Insurer Pays City Of Urbana In Comp Time Dispute
The city of Urbana says it’s been paid by its insurance company for a case of employee theft, but an attorney for the now-retired employee denies the charge.
Mayor Laurel Prussing says a general liability insurance payment to the city of $42,209.75 means they don’t have to go after retired city comptroller Ron Eldridge for the money. The city accused both Eldrige and former accounting supervisor Liz Walden of taking comp time they were not entitled to. Walden had already paid the city $4,164.93 to settle her dispute.
Prussing says the matter illustrated problems in the city of Urbana’s finance system, which she says are being rectified, now that Eldridge has retired.
“One person should not be the only person that understands the system”, said Prussing. “It needs to be very open. And I want to have the department heads run their budgets, instead of having one other person make all the transfers without even notifying department heads. We are changing the system.”
But Eldridge’s attorney, Steve Beckett, says the city’s insurance company never contacted him or his client to get their side of the story. He called the insurance company’s handling of the matter “grossly unfair and inappropriate”.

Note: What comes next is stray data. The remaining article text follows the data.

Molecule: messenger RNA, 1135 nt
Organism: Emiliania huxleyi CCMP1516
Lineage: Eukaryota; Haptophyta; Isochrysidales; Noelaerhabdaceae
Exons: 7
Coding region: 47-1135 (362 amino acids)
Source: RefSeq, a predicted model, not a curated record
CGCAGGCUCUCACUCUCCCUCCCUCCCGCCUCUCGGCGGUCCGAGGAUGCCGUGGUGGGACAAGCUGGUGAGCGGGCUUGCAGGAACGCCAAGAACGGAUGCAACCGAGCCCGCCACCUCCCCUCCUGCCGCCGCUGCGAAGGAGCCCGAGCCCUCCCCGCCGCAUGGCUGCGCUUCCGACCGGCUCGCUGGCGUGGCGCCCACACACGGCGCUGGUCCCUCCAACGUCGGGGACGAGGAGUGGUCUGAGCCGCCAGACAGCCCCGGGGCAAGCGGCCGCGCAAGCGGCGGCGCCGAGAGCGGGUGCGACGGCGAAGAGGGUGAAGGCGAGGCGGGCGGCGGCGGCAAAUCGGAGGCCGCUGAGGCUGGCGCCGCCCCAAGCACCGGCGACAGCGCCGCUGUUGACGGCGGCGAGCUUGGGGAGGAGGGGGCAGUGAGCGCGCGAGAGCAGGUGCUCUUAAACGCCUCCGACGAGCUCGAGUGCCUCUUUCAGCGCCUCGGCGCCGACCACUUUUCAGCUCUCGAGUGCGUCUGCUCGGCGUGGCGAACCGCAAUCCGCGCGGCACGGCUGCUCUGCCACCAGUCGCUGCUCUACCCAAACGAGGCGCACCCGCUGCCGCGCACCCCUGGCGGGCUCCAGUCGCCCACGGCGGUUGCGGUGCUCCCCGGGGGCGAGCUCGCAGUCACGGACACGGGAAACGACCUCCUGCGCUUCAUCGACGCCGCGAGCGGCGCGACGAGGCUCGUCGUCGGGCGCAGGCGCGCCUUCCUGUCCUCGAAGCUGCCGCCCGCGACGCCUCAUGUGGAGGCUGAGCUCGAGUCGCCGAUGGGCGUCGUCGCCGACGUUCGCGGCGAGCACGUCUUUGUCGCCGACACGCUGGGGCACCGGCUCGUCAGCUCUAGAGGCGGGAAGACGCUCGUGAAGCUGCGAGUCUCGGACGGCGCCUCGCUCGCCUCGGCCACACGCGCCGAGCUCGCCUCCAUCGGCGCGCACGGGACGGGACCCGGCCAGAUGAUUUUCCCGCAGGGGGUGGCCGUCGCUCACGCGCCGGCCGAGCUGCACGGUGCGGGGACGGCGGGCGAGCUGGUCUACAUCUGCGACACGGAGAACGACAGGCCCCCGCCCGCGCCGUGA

Beckett said another insurer for the city of Urbana that did speak to Eldridge rejected the city’s claim. That’s RLI, the firm that bonded Eldridge, as required for city financial employees. In an October 9, 2014 letter to the city’s attorneys, Albert Chollet, representing RLI, stated that “all available evidence indicates that Eldridge’s use of compensatory time was consistent with long standing policy of the Finance Department and perhaps other departments”.
Beckett says Eldridge’s use of flex time was also supported by an affidavit from former Urbana Mayor Tod Sattherthwaite. In that affidavit, Satterthwaite wrote that he “considered Ron’s (Eldridge) use of time off to be consistent with my understanding of Urbana policy and practice for exempt employees”.
Beckett said that the city’s receipt of payment from its general liability insurer on grounds of employee theft would likely lead to the insurer seeking repayment from Eldridge. Beckett predicted that case would end up in court.
This dispute has a long tail. Prussing launched the city of Urbana’s legal action over comp time against Eldridge and Liz Walden, after Walden sued the city over the non-renewal of her contract in 2013. That dismissal sparked controversy because Liz Walden is married to Bruce Walden, who Prussing had dismissed as chief administrative officer in 2007.
Walden’s dismissal, and the city’s legal costs in the dispute (about $200,000, according to Prussing) led to criticism from some Urbana City Council members, who called for changes in the rules surrounding mayoral appointments. Prussing defended the legal expenses, saying the city has to defend itself when sued.
“We were sued”, said Prussing. “In the United States of America, if you are sued, it’s going to cost you money to defend yourself.”